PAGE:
January 4, 1960 - Two suspects in the
attempted robbery and murder of a Kansas wheat farmer, his wife,
two children were taken from jail in Las Vegas Monday by special
agents of the Kansas Bureau of
Investigation for return to Kansas to
face trial. Left is Eugene Hickock, 28, followed by Agent Harold
Right is Perry Edward Smith, 31, with Agent A.A. Dewey.
January 5, 1960 - Officers showed the
weapons used in the killings of the four members of the Herbert
Clutter family for the first time Tuesday. Left to right are: Finney
county deputy Mickey Hawkings,
Garden City police investigator Rich
Rohleder, and KBI Chief Logan Sanford, who is holding the knife.
The murder knife
January 6, 1960 - Kansas Bureau of
Investigation agent Al Dewey wore a wide grin as he told
about the successful investigation of the two confessed killers of the
Clutter family. Dewey was field agent in charge of the
March 24, 1960 - County Attorney Duane West carries from the
courtroom evidence introduced
in the trial of Richard Hickock and
Perry Smith for the murder of four members of the Herbert
family near Holcomb, November 15th.
Evidence bag of cord that was used to
tie up the Clutters. Note the darkened pieces of the cord.
from the Clutter's blood.
James Spor was a Garden City, Kansas service station attendant. He
serviced the car
of the murderers Dick Hickock and Perry Smith.
Alvin A. Dewey, Chief investigator in the Kansas Clutter mass
murder case, tells Senate Judiciary
Subcommittee that case would never
have been solved without a confession.
Truman Capote, author of the best selling book "In Cold Blood," the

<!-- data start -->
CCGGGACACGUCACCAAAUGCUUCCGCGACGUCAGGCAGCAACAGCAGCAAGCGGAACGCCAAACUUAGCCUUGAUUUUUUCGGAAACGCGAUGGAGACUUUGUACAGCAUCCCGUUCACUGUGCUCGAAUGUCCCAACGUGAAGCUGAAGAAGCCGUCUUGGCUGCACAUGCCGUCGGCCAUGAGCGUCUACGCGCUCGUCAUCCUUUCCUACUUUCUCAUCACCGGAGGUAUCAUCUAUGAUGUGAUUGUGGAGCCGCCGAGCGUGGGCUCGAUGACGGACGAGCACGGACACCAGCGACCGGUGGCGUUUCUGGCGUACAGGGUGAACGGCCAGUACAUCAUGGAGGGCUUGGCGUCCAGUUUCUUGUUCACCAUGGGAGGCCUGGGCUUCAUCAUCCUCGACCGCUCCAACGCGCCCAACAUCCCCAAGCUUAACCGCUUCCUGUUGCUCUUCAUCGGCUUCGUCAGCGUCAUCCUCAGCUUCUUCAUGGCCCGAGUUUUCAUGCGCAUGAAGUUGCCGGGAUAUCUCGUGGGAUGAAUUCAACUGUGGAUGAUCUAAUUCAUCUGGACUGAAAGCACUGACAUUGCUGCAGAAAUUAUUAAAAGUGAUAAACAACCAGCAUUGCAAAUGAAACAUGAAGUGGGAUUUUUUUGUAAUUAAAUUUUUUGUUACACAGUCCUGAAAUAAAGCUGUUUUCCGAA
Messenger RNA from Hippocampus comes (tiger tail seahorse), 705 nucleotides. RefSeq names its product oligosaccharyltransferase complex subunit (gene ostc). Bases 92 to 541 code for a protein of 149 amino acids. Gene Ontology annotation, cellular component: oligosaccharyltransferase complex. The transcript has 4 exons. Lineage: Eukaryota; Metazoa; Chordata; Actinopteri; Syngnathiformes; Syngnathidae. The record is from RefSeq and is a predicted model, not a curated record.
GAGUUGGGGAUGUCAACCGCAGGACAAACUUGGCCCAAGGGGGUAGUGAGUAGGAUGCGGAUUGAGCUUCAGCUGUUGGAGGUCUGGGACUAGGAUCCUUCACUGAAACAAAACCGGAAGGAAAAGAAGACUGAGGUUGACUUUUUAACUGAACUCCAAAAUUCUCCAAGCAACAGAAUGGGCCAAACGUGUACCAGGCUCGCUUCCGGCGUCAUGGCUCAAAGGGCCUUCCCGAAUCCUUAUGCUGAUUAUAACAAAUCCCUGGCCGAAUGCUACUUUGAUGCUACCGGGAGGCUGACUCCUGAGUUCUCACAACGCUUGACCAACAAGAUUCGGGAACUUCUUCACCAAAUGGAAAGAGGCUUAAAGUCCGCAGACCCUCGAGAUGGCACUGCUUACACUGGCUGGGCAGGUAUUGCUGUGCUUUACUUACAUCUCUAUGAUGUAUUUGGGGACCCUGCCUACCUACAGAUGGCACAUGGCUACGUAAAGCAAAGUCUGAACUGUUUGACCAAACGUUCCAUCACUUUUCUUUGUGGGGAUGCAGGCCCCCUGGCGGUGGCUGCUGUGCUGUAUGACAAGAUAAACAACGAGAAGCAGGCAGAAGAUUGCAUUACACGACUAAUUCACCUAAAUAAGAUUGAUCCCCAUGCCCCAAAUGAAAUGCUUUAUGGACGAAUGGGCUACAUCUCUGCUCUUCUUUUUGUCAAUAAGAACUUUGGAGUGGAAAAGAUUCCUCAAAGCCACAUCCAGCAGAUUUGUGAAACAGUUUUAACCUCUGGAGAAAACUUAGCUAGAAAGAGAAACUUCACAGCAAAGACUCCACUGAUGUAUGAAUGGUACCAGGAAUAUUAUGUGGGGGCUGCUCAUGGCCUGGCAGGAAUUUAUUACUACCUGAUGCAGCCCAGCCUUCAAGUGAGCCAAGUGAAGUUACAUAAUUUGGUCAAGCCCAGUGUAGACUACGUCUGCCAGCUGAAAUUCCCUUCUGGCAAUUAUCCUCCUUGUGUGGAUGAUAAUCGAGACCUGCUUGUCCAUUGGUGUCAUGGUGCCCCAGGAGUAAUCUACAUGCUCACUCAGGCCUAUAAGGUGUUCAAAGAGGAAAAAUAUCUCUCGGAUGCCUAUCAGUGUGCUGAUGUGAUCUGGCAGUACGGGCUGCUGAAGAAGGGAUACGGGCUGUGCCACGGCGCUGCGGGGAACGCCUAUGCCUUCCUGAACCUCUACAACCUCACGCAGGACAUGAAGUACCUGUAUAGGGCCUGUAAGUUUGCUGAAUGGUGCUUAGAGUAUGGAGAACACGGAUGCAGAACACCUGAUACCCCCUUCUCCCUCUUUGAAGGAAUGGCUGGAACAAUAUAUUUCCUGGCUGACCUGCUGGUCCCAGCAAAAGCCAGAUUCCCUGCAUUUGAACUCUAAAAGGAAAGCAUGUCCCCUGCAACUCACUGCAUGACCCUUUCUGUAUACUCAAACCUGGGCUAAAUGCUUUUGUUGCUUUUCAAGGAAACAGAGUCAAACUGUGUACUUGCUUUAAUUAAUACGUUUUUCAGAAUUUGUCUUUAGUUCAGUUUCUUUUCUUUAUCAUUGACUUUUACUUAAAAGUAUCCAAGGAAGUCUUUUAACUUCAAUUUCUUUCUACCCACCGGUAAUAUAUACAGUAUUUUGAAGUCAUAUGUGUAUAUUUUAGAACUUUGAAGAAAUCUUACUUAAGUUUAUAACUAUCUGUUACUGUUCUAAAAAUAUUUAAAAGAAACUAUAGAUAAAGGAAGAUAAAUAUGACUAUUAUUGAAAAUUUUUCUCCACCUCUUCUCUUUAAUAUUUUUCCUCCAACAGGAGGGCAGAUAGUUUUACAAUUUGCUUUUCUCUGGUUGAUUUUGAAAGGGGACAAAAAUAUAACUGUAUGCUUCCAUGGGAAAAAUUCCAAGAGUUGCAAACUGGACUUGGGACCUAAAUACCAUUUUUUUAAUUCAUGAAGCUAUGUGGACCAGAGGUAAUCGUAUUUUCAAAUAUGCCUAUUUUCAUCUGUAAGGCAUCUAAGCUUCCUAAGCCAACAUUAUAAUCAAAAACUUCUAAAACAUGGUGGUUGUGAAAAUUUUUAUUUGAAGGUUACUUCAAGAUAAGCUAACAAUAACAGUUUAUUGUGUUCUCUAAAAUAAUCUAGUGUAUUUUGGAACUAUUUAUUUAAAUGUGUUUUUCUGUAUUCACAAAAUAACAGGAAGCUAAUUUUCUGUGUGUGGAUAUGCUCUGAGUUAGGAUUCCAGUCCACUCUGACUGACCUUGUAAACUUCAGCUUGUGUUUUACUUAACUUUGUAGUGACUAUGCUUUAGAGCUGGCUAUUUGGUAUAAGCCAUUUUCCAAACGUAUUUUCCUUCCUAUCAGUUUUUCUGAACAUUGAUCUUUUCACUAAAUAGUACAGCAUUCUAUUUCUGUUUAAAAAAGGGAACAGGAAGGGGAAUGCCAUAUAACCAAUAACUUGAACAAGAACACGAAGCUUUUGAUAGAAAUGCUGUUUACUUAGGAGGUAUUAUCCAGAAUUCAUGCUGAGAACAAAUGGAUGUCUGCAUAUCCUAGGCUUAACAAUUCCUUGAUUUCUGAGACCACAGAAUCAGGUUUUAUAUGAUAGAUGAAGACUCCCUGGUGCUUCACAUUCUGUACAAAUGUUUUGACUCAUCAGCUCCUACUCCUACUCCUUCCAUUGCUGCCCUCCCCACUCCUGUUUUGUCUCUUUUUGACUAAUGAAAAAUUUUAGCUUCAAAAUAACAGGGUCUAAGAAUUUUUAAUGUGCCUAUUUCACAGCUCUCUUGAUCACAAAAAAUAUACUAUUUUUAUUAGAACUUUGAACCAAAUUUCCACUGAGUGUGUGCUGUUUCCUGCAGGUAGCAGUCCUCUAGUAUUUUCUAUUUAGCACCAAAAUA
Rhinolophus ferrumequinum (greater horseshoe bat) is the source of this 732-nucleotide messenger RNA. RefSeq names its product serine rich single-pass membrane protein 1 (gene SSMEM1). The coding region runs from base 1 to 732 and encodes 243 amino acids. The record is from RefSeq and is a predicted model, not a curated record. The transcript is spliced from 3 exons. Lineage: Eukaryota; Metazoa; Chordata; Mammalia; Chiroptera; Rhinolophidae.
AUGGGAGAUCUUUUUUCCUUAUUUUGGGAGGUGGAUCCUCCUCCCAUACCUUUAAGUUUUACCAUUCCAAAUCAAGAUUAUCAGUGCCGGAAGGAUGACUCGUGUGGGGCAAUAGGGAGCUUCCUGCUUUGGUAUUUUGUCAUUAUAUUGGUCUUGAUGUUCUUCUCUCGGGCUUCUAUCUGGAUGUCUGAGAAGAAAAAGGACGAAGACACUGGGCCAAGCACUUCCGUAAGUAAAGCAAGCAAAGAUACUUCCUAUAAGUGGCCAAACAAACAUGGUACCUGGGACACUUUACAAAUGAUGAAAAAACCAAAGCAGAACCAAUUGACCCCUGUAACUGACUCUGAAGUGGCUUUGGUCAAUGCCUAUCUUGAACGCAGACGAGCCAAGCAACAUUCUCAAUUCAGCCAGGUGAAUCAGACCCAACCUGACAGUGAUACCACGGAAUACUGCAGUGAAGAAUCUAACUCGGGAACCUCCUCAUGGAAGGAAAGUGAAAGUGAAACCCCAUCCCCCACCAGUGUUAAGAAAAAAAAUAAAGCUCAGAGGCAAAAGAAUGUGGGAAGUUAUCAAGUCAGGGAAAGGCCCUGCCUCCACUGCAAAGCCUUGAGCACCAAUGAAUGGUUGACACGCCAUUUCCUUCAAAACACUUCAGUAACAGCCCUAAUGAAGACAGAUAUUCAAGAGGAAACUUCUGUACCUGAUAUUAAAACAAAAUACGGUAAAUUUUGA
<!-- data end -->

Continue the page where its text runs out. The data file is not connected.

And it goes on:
story of the mass murder of
a family of four in Kansas, is shown as he
appeared before the Senate Judiciary subcommittee.
Capote told the
group that the crime never would have been solved without a confession.
Aoril 6, 1965 - Perry Smith (left in left photo) gets into a
sheriff's car as undersheriff Wendel Meier (R)
and Deputy Sheriff
Mickey Hawkins look on. In picture at right, Richard Hickock starts
into another car
escorted by Sheriff Earl Robinson. Hickock and Smith,
convicted of the mass slaying of the Clutter
family near Holcomb,
Kansas, were enroute to Lansing prison to await their execution.
This is the farmhouse made famous in Truman Capote's book, "In Cold Blood." It was on November
15, 1959 that wheat farmer, Herbert Clutter,
his wife, and two teenage children were murdered.
Aerial view of Clutter home
Aerial view of the Clutter farm in Holcomb, Kansas. This was the
farmhouse of the Herbert Clutters who
were slain in a robbery attempt
Nov. 15, 1959. The Clutter house (top right) was entered through a
doorway on the left end. The nearest person to the crime at the time
was the caretaker living in the
house at the lower left corner of the
Portraits of family found murdered
A wealthy Western Kansas wheat farmer, his wife, and two younger
children were found shot to death
in their Holcomb home 11/15. Dead
were Herb Clutter, 48, his wife, Bonnie, 45, (top), a son,
(LR) and a daughter, nancy, 16, (LL). Police have no clues as to who
gagged the family, then blasted them at short range with a
Author Truman Capote stands in the
living room of the Clutter ranch house where four members of
Kansas family were murdered in 1959. Capote's account of the crime and
its solution. "In Cold
Blood" was a best-seller and is being filmed in
the actual locales. Despite critical comment,
Capote declares his
"non-fiction novel" was an advance in literature.
(AP / Associated Press)
The Clutter family tombstones in the cemetery.
Author Truman Capote poses at the grave of the murdered Clutter
family, made famous
in his novel and in the film "In Cold Blood".